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Encyclopedia > Mary (mother of Jesus)
Mary of Nazareth

Mary, Virgin of the Passion

Saint Catherine's Monastery, Mount Sinai, Egypt, 16th century “Our Lady” redirects here. ... Virgin Mary may refer to: In religion: Mary (mother of Jesus), the historical and multi-denominational concept of Mary Blessed Virgin Mary, also known as Saint Mary, the Roman Catholic theological and doctrinal concept of Mary Virgin Mary in Islam, the Islamic theological and doctrinal concept of Mary In other... Besides the Virgin Mary, there are other saints named Saint Mary. ... Image File history File links Icon of the Virgin Mary, 16th century. ... St. ... For the Biblical Mount Sinai, and a discussion of its possible locations, see Biblical Mount Sinai. ...

Blessed Virgin Mary

Theotokos ("Mother of God") Saint Mary

Born unknown; celebrated 8 September,
Died unknown; See Assumption of Mary
Venerated in Roman Catholic Church, Eastern Orthodox Church, Eastern Catholic Churches, Anglo-Catholicism, and certain Protestant denominations
Major shrine see Shrines to the Virgin Mary
Feast Mary is commemorated on as many as 25 different days. The most universally observed are:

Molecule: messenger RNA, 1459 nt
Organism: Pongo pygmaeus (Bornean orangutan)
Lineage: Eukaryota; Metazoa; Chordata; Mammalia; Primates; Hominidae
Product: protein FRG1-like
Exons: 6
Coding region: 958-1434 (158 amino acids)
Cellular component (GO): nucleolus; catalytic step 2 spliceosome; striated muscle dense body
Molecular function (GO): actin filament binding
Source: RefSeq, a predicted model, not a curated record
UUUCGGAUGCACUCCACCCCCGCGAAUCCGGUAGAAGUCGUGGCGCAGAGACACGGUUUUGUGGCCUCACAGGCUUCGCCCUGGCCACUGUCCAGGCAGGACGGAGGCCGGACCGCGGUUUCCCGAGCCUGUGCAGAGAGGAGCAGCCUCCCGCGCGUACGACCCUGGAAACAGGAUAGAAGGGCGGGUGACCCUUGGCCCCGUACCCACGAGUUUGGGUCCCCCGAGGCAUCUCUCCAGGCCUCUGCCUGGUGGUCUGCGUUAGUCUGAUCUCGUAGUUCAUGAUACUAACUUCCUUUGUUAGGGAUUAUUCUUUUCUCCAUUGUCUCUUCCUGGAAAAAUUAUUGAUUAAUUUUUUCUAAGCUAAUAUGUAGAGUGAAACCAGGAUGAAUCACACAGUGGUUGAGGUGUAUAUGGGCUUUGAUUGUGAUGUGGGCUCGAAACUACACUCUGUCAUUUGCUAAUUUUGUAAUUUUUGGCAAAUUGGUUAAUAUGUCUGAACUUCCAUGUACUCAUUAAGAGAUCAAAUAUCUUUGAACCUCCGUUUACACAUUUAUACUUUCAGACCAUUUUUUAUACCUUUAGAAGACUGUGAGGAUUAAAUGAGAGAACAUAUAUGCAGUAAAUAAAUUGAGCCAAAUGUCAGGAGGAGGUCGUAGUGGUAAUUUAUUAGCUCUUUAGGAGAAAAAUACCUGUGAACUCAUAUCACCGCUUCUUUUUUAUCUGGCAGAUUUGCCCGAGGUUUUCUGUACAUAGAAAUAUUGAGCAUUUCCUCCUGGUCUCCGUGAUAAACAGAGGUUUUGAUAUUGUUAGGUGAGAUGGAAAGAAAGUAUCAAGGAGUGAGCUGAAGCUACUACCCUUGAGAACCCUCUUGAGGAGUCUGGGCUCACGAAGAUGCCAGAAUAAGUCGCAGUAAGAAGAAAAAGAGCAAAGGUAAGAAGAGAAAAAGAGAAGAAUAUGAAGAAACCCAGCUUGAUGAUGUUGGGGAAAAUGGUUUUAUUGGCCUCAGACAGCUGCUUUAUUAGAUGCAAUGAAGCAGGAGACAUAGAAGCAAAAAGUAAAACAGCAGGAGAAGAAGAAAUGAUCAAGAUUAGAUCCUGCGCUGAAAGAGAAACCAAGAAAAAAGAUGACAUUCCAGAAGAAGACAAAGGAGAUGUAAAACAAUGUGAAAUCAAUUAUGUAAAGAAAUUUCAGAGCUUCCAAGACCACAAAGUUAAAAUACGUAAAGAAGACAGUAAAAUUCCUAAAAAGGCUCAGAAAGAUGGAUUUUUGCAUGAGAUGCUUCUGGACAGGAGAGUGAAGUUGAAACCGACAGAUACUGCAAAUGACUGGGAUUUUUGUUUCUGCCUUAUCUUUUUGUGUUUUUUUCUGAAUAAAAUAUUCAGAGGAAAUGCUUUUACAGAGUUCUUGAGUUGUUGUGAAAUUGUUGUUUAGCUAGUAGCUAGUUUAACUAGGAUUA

25 March - The Annunciation 15 August - The Assumption The Assumption has been a subject of Christian art for centuries. ... “Catholic Church” redirects here. ... Topics in Christianity Movements · Denominations Ecumenism · Preaching · Prayer Music · Liturgy · Calendar Symbols · Art · Criticism Important figures Apostle Paul · Church Fathers Constantine · Athanasius · Augustine Anselm · Aquinas · Palamas · Luther Calvin · Wesley Arius · Marcion of Sinope Coptic Orthodox Pope · Roman Catholic Pope Archbishop of Canterbury · Patriarch of Constantinople Christianity Portal This box:      Faith... The Eastern Catholic Churches are autonomous particular Churches in full communion with the Pope of Rome. ... The terms Anglo-Catholic and Anglo-Catholicism describe people, groups, ideas, customs and practices within Anglicanism that emphasise continuity with Catholic tradition. ... Eastern Orthodox shrine Buddhist shrine just outside Wat Phnom. ... In the culture and practice of some Christian Churches - mainly, but not solely, the Roman Catholic Church - a shrine to the Virgin Mary or Marian shrine is a shrine marking an apparition or other miracle ascribed to the Blessed Virgin Mary, or a site on which is centered a historically... The calendar of saints is a traditional Christian method of organising a liturgical year on the level of days by associating each day with one or more saints, and referring to the day as that saints day. ... is the 84th day of the year (85th in leap years) in the Gregorian calendar. ... is the 227th day of the year (228th in leap years) in the Gregorian calendar. ...